Ginseng root is a natural plant estrogen and is available as a tea, capsule, powder, or syrup. Some women feel it helps to control their hot flashes. Other possibly helpful but unproven methods to minimize hot flashes include garlic, hops, catnip, chamomile, passion flower, black cohash, wild yams, dong quai, licorice root, and evening primrose oil.

7. Biofeedback and relaxation: Stress has been known to increase the frequency and intensity of hot flashes and tension headaches. Learning biofeedback techniques can help to reduce stress. Relaxation tapes have helped some women to ease the severity of their hot flashes and to cope with the normal tensions of life.

8.Exercise: Many women are sedentary and do not exercise regularly. No matter what a woman’s age, there is an exercise to enhance well-being and general health. Consult your doctor before engaging in strenuous sports, but begin a program that fits your lifestyle and abilities.

9. Vaginal lubricants: It is not uncommon for women to notice a lack of sexual desire and passion during the menopausal years. Some women have pain during sex and may even notice bleeding afterward. Orgasm may occur less often, especially in women who also are diabetic. The male partner may also abstain from sexual intercourse for fear of hurting the woman. While other factors such as stress, fatigue, and each other’s general health will play a role in sexual relationships, most women prefer to maintain a healthy sexual relationship with their partner. Women who continue to have sexual intercourse throughout menopause experience fewer vaginal changes than women who abstain or have sex only infrequently.

  • Vaginal estrogen creams are useful to reverse vaginal changes. A start-up dose of estrogen cream, 2–4 grams nightly for 1 to 2 weeks, followed by 2 grams once or twice a week will help to restore vaginal health.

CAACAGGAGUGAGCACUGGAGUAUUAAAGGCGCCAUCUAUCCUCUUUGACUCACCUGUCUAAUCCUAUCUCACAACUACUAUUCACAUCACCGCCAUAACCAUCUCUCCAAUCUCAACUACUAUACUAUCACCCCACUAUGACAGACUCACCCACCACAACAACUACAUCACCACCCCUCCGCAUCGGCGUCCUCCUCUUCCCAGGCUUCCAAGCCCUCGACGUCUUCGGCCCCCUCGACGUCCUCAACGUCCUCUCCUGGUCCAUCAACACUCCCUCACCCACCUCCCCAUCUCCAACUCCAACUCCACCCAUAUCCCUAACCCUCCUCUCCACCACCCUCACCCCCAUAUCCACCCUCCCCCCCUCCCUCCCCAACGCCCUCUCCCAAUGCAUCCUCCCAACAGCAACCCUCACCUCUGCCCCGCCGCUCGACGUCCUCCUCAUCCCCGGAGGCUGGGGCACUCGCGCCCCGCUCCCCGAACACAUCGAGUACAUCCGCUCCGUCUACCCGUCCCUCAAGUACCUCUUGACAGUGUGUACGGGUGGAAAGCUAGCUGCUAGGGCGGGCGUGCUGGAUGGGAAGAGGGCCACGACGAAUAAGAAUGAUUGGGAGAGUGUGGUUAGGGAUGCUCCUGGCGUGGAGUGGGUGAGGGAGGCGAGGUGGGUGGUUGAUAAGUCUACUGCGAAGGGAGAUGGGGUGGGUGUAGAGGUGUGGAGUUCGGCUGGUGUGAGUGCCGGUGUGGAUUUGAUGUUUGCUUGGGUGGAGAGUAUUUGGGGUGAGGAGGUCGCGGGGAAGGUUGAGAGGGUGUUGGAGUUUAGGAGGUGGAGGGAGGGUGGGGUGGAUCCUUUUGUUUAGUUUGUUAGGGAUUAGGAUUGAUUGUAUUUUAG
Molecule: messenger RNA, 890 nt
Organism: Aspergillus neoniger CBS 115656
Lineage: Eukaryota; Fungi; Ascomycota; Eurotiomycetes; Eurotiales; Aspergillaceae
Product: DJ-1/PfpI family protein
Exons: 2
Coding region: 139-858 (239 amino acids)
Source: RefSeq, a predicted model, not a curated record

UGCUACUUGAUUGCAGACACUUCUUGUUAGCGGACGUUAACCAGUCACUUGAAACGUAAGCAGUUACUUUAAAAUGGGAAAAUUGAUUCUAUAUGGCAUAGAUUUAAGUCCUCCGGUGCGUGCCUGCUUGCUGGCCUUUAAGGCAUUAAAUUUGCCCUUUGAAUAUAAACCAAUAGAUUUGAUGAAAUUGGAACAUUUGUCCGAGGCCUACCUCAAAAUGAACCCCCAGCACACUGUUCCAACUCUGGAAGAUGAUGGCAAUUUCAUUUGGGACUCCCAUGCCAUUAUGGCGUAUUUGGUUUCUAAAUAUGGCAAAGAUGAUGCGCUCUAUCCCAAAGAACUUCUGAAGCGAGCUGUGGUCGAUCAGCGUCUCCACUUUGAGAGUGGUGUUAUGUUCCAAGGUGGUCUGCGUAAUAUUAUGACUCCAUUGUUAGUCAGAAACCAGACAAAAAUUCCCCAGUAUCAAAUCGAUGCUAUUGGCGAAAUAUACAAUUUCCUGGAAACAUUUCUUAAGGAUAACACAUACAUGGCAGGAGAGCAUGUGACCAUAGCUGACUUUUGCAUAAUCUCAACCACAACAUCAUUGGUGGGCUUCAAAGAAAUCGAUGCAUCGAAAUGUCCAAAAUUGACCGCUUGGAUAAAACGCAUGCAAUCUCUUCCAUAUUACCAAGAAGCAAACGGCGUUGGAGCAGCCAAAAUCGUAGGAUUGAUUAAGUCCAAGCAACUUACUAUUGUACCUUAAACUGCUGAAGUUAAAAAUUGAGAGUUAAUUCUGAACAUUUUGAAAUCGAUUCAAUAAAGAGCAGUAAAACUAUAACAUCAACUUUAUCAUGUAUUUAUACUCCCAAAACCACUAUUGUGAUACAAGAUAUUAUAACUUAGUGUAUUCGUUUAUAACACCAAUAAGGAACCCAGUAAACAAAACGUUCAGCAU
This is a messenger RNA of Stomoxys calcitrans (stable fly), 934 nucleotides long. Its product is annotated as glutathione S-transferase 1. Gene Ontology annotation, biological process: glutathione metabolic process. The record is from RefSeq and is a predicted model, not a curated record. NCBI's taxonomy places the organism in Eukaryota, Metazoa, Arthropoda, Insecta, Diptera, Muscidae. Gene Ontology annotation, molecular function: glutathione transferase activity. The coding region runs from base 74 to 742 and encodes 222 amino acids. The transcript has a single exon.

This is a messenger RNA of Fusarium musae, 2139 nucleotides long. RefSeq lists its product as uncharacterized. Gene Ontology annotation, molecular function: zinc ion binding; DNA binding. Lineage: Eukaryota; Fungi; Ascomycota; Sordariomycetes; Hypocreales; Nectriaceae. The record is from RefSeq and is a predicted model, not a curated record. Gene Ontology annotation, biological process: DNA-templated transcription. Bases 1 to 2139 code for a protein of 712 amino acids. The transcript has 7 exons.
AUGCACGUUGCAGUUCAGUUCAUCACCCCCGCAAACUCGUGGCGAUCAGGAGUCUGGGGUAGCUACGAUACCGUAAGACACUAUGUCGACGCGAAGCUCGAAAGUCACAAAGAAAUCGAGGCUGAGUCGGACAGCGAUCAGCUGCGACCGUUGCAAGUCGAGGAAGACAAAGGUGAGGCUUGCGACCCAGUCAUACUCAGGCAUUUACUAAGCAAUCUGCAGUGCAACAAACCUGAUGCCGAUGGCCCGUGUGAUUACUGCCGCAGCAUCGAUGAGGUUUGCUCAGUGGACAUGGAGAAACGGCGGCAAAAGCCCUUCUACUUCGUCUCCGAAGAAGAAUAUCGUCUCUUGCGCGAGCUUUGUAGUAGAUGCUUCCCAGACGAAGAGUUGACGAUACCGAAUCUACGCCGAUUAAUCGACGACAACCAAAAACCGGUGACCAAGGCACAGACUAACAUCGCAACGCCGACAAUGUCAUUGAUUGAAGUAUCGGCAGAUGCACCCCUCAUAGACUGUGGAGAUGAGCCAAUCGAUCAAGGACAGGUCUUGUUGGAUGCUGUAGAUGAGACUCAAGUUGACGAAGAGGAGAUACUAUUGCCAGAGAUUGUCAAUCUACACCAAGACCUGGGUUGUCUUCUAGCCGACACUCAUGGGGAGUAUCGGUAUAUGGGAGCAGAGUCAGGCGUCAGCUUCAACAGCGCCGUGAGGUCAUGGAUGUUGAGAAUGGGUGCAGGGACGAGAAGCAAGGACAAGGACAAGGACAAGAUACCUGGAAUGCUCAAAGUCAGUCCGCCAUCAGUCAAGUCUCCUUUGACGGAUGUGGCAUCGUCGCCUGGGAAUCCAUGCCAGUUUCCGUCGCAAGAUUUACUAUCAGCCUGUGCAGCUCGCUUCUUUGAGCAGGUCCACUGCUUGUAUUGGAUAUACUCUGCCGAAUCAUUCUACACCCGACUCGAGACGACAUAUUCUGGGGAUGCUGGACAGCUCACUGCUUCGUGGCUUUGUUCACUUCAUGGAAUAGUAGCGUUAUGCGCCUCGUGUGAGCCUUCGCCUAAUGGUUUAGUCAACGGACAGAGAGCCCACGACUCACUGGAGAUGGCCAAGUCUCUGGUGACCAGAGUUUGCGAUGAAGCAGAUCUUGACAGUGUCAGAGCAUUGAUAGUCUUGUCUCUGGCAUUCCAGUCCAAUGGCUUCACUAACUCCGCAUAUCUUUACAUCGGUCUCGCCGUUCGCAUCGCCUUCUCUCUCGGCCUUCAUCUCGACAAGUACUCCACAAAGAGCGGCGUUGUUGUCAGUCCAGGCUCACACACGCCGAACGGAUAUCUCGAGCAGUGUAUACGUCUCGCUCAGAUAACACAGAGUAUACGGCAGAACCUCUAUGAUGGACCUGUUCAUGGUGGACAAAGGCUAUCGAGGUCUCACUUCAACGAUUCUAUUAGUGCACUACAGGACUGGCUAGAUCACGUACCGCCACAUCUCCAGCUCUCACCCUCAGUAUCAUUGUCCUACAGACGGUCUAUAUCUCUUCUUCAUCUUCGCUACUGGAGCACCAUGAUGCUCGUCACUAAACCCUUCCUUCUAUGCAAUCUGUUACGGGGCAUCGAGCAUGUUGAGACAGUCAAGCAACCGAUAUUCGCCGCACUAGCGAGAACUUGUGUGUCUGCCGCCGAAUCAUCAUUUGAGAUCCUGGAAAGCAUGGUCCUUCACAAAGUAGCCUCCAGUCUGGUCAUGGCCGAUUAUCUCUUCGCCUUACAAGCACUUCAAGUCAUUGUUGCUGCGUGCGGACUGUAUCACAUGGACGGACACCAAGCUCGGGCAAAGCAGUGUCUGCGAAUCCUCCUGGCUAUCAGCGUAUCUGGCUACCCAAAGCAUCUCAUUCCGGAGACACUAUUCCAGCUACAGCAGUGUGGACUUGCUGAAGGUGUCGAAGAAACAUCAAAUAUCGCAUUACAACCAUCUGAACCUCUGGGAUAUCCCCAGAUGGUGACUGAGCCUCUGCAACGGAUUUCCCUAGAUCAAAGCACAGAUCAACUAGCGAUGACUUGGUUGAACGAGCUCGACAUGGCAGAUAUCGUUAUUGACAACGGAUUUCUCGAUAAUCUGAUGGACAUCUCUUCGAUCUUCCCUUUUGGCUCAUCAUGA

• Personal lubricant, Lubrin, K-Y Jelly, or Astroglide will temporarily relieve vaginal dryness during sexual intercourse. Apply liberally and as often as necessary to prevent discomfort and irritation during sexual intercourse.
  • Replens is applied 2 to 3 times per week and restores vaginal moisture and comfort but should not be used as a lubricant during sexual intercourse.
  • Sitz baths followed by Burrow’s solution applications help to relieve itching and irritation.
  • Cotton undergarments should be worn and tight garments made of synthetic materials (girdles) and pantyhose should be worn only if necessary.
  • Kegel exercises may help to strengthen the muscles that control bladder relaxation and can help reduce urinary accidents when you laugh, cough, or strain. Ask your nurse or doctor for information.

Many women will benefit from counseling with a trained professional. Women’s health centers are available throughout the country and help women to both understand and cope with menopause. Occasionally, women will find that antidepressants and antianxiety drugs help to improve their mood and level of anxiety. A woman should speak openly about her concerns regarding her health during menopause and in general. Seeking help and guidance from your physician and members of your health team will help you make informed decisions regarding your health.

Follow-up Report the following symptoms to your doctor or nurse:

  • Chronic vaginal discharge
  • Vaginal itching, burning, and irritation
  • Urinary frequency and burning
  • Depression
  • Anxiety
  • Insomnia
  • Light-headedness
  • Headaches

Symptoms of gallbladder disease:

  • Right upper quadrant pain
  • Indigestion
  • Burping
  • Nausea